[Editor's Note: Cover, and all photos by Sam. Find a full recap of the WSSF big air here]

The 2018 World Ski and Snowboard Festival provided, yet again, an outstanding display of mountain culture’s many aspects. It was well run, it was fun, welcoming. It was a showcase of world class talent, a tribute to creative genius in action sports. Beyond the production and prestige, the festival is a celebration of the folks who live out their lives in the mountains around Whistler.


And sometimes it’s uncanny, the way certain spots in that town make it feel like you’re walking into a live take of Peak Season on MTV. As if that was reality. Except here Jeff Schmuck is telling a story about a career day in the Kootenays with a group of up and comers. There's an iPhone clip of a skier skipping perfectly through a three-stage cliff. That is real.

I talked to Dylan Siggers on the phone the night before Intersection, whilst standing outside of El Furniture Warehouse, which is hosting the JP Memorial freeski trivia contest. Siggers is in Fernie for closing weekend which is why he, and the rest of the Burrrlapz crew, weren’t in Whistler for the premiere of their short film.


Those who follow the Burrrlapz on Instagram might not be surprised to learn they weren’t in attendance that Friday, for reasons that surpass simple hometown stoke. After filming wrapped for Intersection - that is, 7 days spent stacking shots within a 100 kilometre radius of Whistler - Brody McSkimming, proud brother of Josie “Josh” McSkimming and Burrrlapz loc dog extraordinaire, broke the bejesus out of his jaw. Nearly everyone else in the crew suffered catastrophic skidoo failure, resulting in a lot of stranded skiers.

In town, however, were the Cariboo Blondes. Or simply, “the Blondes”. They are Tonye Kvivik, Emily Childs, Alexandra Armstrong and Janelle Yipper, and they were wavering a bit as to what their crew was actually called. But equivocating over a name is something all groups-of-skiing-friends go through; what was more important, on this weekend, was the way they stomped their landing into the festival, taking home the People’s Choice award for their video Blonde Highlights, which delivered a raucous ending to a lively night at the Whistler Convention Centre.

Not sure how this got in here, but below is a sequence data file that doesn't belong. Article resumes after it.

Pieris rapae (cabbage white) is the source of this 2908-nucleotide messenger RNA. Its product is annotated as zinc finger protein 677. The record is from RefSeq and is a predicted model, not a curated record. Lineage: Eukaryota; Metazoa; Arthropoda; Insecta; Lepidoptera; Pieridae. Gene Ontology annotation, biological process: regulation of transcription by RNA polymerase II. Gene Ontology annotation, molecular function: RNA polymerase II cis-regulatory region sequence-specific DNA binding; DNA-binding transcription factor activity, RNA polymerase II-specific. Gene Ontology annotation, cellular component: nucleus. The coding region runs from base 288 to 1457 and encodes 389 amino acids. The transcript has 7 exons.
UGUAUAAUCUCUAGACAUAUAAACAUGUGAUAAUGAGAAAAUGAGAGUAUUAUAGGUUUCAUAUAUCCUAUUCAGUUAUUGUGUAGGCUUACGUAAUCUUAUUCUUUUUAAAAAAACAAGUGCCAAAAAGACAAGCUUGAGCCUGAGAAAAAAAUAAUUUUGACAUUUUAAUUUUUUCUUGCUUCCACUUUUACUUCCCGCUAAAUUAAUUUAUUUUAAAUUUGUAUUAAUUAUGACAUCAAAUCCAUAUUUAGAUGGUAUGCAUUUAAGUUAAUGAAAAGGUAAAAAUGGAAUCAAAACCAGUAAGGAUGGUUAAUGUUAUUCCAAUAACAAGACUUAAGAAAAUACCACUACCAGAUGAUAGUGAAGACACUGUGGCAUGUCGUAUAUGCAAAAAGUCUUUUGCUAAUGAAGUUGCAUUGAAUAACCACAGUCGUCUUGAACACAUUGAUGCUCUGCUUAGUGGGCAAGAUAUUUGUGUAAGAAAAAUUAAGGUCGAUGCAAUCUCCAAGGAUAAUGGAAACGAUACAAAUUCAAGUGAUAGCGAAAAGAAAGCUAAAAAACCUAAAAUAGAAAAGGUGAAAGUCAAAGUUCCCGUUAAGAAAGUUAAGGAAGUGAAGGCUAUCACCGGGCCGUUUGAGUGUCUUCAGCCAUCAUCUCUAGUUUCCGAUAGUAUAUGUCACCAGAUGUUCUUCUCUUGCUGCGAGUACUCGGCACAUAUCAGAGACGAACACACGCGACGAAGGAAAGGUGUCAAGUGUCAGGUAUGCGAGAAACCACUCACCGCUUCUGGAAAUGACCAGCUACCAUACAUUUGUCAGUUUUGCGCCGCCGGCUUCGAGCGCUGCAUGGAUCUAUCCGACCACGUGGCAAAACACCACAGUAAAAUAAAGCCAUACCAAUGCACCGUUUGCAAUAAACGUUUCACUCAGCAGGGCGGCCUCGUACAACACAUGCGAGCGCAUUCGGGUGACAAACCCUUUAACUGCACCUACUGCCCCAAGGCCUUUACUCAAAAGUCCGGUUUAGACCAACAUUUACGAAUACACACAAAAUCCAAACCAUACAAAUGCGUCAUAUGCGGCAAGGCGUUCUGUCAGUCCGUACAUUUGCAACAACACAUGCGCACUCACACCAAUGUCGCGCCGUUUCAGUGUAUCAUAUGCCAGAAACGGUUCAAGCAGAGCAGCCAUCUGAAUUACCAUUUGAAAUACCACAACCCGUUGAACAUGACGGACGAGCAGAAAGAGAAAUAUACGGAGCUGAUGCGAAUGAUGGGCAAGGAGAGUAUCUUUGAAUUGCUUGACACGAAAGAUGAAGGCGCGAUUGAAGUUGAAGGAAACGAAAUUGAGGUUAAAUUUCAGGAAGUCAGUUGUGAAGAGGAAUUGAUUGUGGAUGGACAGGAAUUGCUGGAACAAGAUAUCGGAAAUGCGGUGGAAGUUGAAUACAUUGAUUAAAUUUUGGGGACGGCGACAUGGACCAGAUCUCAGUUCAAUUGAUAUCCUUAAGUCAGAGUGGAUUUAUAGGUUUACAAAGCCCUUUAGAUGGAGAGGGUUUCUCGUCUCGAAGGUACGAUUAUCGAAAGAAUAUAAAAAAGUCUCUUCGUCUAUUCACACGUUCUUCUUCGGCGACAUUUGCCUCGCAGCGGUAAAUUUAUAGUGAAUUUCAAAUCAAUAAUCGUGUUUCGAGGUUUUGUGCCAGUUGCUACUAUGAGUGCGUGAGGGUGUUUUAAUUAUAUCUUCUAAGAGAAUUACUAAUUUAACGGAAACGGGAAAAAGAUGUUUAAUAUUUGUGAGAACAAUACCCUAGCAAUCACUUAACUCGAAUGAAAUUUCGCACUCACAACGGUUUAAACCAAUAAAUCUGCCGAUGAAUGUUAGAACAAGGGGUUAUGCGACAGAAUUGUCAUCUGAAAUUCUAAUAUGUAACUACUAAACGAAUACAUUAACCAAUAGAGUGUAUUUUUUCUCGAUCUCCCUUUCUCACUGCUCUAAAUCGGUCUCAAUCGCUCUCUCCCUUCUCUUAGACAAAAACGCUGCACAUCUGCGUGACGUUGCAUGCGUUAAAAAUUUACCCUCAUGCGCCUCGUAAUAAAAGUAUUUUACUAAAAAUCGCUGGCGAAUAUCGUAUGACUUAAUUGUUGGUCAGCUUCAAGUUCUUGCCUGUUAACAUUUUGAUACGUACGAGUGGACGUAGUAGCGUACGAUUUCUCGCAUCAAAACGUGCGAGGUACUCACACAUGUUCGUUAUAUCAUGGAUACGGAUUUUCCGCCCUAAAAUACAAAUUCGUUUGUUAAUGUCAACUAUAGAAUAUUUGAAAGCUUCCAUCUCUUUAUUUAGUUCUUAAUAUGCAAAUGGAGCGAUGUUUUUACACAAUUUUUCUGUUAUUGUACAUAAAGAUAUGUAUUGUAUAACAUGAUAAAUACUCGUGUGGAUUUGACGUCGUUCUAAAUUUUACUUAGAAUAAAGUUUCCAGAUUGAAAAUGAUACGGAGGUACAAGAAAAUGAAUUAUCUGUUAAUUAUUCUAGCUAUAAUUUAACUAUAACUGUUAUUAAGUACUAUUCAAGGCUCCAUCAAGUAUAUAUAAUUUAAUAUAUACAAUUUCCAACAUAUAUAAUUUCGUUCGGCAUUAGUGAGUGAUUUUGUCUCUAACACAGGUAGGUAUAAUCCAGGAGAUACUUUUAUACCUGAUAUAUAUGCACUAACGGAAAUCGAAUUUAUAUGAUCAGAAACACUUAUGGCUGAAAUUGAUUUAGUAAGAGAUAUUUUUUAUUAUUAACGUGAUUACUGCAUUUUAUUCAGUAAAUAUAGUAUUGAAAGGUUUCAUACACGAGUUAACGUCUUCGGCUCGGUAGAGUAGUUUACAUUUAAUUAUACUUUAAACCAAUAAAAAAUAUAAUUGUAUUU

https://www.newschoolers.com/videos/watch/901213/Blonde-Highlights---WSSF-Intersection-peoples-choiceOf course, Burrrlapz won, riding on the denim coattails of Neil Diamond. No one, let us state for the record, can resist singing along to Sweet Caroline.

My interest in the evening hinged solely on the skiing features, as well as, it turned out, the Intersection emcee who flailed, in this reporter’s opinion, like an ill-prepared uncle at a wedding reception. Regardless, both the Blondes and Burrrlapz succeeded in drawing hollers and loud applause from the crowd. As did Gapers Gone Wild, the once Ottawa-based crew that now rides primarily out of Whistler. Essex Prescott, of GGW, even shaved his head at a pre-premiere party, which was a strong move though it failed to influence the popular vote.

The GGW movie did take the time to consider the state of things around Whistler Blackcomb these days, though. It featured a hot tub time travelling Stan Rey pondering the implications of Whistler’s new Vail Resorts ownership, and backflips. And it touched on something quite real in this industry: there’s not enough money for all the good things to last; and, there’s too much money for all good things to outlast it.


Here’s an example. After the JPM quarter pipe session, Rory Bushfield and Kye Peterson, among others, organized a race: first one to touch a car in parking lot 8 wins. Only you gotta watch for the “chundra” section below Solar Coaster, explained Rory. “The Chundra!” A field of artificial avy debris, where excavation has started on the new gondola that will replace Solar, and the beloved Catskinner chair which has lifted riders past the Blackcomb terrain park since time immemorial, at least. $66 Million in capital-I improvements, and eons of memories cleared out of the way.

Freedle Coty

That might be the reason the JP trivia contest didn’t feature a single question post-2010. So many people who grew up around JP have moved on to other careers if for nothing else because they had to pay the bills. Though it should be noted that former Freeze Magazine editor, Micah Abrams (now Group Content Director at TEN), still knows how to actually host an event, thank goodness. But as the trivia night, and something in the whole JP session, demonstrated: unless your passion for this silly sport can allow you to subvert its capitalist exigencies, you will find you someday lose touch.

Freedle Coty was the only one who could accurately match the soundtrack to JP’s old movie segments. But, to quote TJ Schiller, “second place is just the first loser.” All came up short of Jeff Schmuck’s team, the “Washed Up/Never Been’s.”

Should say: "Never Been Washed Up.

Anyway. Peter Wojnar, of GGW had a good line, he said “it doesn’t matter who owns this town.” While it’s true that some things cannot last in skiing, it doesn’t hurt to let your hair down (or shave it off) and enjoy them when you can. Which is maybe why something at the core of Whistler keeps lumbering on, post-Peak Season, post-Olympics, into a price-gouging Vail Resorts future, and beyond. Heroes fade, legends never die.